Home / Biography / Vetiver


When Vetiver released their first album in 2004, these were commonly lumped in to the nascent “freak folk” motion alongside famous brands Joanna Newsom and Six Organs of Admittance, because of innovator Andy Cabic’s a friendly relationship with picture founder Devendra Banhart. (Furthermore to Banhart’s musical efforts to Vetiver’s first two albums, Cabic co-wrote Banhart’s breakout music “In the Hop,” which made an appearance on 2004’s Rejoicing within the Hands; on a single recording, Banhart paid tribute to his friend’s music group in the music “Once the Sunlight Shone on Vetiver.”) Nevertheless, the band’s origins move deeper than Syd Barrett and Linda Perhacs, encompassing the U.K. shoegazer picture as well as the middle-’90s D.We.Y. indie rock and roll picture. Cabic was area of the second option, developing the Raymond Brake in his indigenous Greensboro, NEW YORK, through the early ’90s. The Raymond Brake’s loud, Sonic Youth-influenced undertake indie rock and roll was an all natural fit with both Chapel Hill art-punk picture as well as the important Washington D.C.-centered indie label Basic Machines, which released the band’s debut album, Piles of Filthy Winters, in 1995. Following a couple of EPs and something more record, 1996’s Never Function Ever, the Raymond Brake split up and Cabic migrated westward, ultimately settling in SAN FRANCISCO BAY AREA. While their studies at the SAN FRANCISCO BAY AREA Artwork Institute, Cabic fulfilled fellow pupil Banhart and immediately established an in depth working relationship using the bearded sprite. Playing displays with Banhart, Newsom, among others, Cabic began writing music for his brand-new project, Vetiver, called for an Asian comparative of lemongrass that’s found in perfume producing. He added Banhart on electric guitar and support vocals, Jim Gaylord on violin, and Alissa Anderson on cello, as well as the music group — with Cabic’s vocals, banjo, and classical guitar — released its self-titled debut over the DiCristina label in 2004. (The record, made by Thom Monahan from the Pernice Brothers, also included visitor areas by Newsom, Mazzy Star’s Wish Sandoval, and previous My Bloody Valentine drummer Colm O’Ciosoig.) Vetiver was implemented in 2005 by an odds-and-sods collection known as Between, including two live monitors, a new edition of a melody from Vetiver, along with a cover of Fleetwood Mac’s “Conserve Me a location.” For Vetiver’s second full-length record, 2006’s TO GET Me Eliminated, Cabic finally added a drummer, Otto Hauser, and bassist Kevin Barker towards the primary trio of himself, Banhart, and Anderson. Following the record premiered, Cabic introduced a well balanced, full-time documenting and touring lineup of himself, Anderson, Hauser, brand-new guitarist Sanders Trippe, and brand-new bassist Brent Dunn. In 2008, the music group released SOMETHING of days gone by, a assortment of addresses of music by performers who had inspired the group’s music, including Michael Hurley, Ronnie Street, and Townes Truck Zandt. Released in ’09 2009, Tight Knit, the band’s following record, premiered by Sub Pop, and Vetiver continued to be with this label for 2011’s The Errant Attraction, whose breezy, informal sound was motivated by Cabic’s regular strolls around San Francisco’s Richmond Region. He came back in 2015 with 6th record Complete Strangers, once again produced by singular Vetiver manufacturer Thom Monahan. The record discovered Cabic integrating even more electronic noises into his laid-back folksy songwriting.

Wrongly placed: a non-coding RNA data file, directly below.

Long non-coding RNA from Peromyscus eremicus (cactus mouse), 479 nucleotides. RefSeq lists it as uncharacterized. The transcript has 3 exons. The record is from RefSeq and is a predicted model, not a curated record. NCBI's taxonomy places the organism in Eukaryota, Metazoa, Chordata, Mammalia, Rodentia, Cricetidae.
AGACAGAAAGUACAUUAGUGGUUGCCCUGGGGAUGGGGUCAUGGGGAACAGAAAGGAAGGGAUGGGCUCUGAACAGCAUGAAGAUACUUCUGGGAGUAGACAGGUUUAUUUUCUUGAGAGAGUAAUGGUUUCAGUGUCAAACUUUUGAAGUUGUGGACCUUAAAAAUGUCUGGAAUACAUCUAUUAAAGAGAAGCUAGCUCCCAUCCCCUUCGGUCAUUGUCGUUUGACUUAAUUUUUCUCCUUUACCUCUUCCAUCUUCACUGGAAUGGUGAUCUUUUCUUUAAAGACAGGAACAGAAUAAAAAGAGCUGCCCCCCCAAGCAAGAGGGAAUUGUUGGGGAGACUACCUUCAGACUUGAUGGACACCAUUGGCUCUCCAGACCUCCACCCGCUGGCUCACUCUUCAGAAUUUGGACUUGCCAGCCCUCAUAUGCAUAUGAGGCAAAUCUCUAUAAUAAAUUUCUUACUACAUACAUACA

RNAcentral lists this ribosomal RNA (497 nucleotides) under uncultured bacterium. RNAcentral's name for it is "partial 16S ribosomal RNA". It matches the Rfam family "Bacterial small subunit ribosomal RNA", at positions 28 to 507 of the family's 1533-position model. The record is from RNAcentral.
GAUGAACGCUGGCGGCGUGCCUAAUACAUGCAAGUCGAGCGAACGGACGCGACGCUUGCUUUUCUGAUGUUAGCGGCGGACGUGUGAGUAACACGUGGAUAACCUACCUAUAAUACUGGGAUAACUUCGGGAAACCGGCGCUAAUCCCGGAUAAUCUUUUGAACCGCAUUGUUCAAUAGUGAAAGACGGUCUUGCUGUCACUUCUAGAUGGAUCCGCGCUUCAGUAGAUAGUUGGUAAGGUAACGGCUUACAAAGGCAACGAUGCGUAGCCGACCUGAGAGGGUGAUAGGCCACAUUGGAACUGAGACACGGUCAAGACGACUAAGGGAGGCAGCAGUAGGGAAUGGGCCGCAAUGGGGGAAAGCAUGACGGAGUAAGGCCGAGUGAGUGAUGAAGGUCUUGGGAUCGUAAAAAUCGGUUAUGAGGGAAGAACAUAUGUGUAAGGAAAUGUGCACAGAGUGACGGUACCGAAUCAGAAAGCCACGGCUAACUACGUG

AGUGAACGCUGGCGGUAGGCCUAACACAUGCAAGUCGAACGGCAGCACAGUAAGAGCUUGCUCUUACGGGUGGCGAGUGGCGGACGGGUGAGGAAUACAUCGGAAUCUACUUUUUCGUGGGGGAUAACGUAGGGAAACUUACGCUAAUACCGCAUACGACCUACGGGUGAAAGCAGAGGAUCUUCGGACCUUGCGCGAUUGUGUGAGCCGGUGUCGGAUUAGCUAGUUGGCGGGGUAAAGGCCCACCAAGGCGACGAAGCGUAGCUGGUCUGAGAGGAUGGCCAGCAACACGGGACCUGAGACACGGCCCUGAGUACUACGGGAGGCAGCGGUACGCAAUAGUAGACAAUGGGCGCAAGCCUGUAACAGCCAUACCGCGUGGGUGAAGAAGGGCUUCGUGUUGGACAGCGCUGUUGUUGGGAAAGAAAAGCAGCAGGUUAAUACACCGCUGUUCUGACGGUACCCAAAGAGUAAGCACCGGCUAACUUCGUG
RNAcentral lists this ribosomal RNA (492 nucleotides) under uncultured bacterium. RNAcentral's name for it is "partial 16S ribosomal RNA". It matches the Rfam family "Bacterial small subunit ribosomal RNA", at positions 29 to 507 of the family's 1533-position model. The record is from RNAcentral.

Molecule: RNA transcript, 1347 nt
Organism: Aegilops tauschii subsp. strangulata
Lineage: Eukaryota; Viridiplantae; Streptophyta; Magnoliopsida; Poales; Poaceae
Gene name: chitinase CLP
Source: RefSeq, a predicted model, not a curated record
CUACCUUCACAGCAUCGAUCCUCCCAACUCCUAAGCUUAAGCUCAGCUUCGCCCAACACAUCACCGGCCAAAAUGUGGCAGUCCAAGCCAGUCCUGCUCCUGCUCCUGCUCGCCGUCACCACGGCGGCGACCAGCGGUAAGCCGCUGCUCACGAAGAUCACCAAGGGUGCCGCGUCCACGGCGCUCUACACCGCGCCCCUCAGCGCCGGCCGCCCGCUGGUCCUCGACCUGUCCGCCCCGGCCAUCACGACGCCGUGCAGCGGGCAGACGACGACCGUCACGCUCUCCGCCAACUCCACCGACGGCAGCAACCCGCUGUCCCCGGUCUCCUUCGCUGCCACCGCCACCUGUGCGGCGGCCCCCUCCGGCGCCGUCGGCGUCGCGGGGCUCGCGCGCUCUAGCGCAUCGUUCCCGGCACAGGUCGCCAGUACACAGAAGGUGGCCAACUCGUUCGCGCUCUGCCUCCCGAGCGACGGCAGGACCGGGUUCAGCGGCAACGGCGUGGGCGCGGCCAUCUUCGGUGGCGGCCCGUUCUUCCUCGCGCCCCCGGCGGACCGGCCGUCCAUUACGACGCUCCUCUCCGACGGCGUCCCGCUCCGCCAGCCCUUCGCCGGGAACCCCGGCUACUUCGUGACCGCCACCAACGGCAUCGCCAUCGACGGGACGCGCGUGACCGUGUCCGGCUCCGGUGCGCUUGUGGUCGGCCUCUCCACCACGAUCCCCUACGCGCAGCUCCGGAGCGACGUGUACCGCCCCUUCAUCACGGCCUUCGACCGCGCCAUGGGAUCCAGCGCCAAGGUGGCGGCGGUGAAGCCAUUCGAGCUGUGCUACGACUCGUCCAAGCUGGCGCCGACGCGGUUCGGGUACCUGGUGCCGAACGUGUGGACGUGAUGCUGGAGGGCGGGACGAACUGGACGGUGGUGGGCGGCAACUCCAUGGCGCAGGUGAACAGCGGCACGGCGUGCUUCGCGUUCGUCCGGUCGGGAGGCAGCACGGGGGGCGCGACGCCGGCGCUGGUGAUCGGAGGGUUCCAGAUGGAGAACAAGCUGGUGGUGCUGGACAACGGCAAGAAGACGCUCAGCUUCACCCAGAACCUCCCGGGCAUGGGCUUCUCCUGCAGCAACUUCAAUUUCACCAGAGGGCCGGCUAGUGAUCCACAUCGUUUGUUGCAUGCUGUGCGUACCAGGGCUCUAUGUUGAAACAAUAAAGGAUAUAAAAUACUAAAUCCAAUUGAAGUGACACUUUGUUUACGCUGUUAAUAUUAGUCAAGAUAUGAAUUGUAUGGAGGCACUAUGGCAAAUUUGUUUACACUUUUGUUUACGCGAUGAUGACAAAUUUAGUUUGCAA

Check Also

Pharrell Williams

A Grammy-winning manufacturer, songwriter, and artist behind an astounding level of R&B, rap, and pop …

Leave a Reply

Your email address will not be published. Required fields are marked *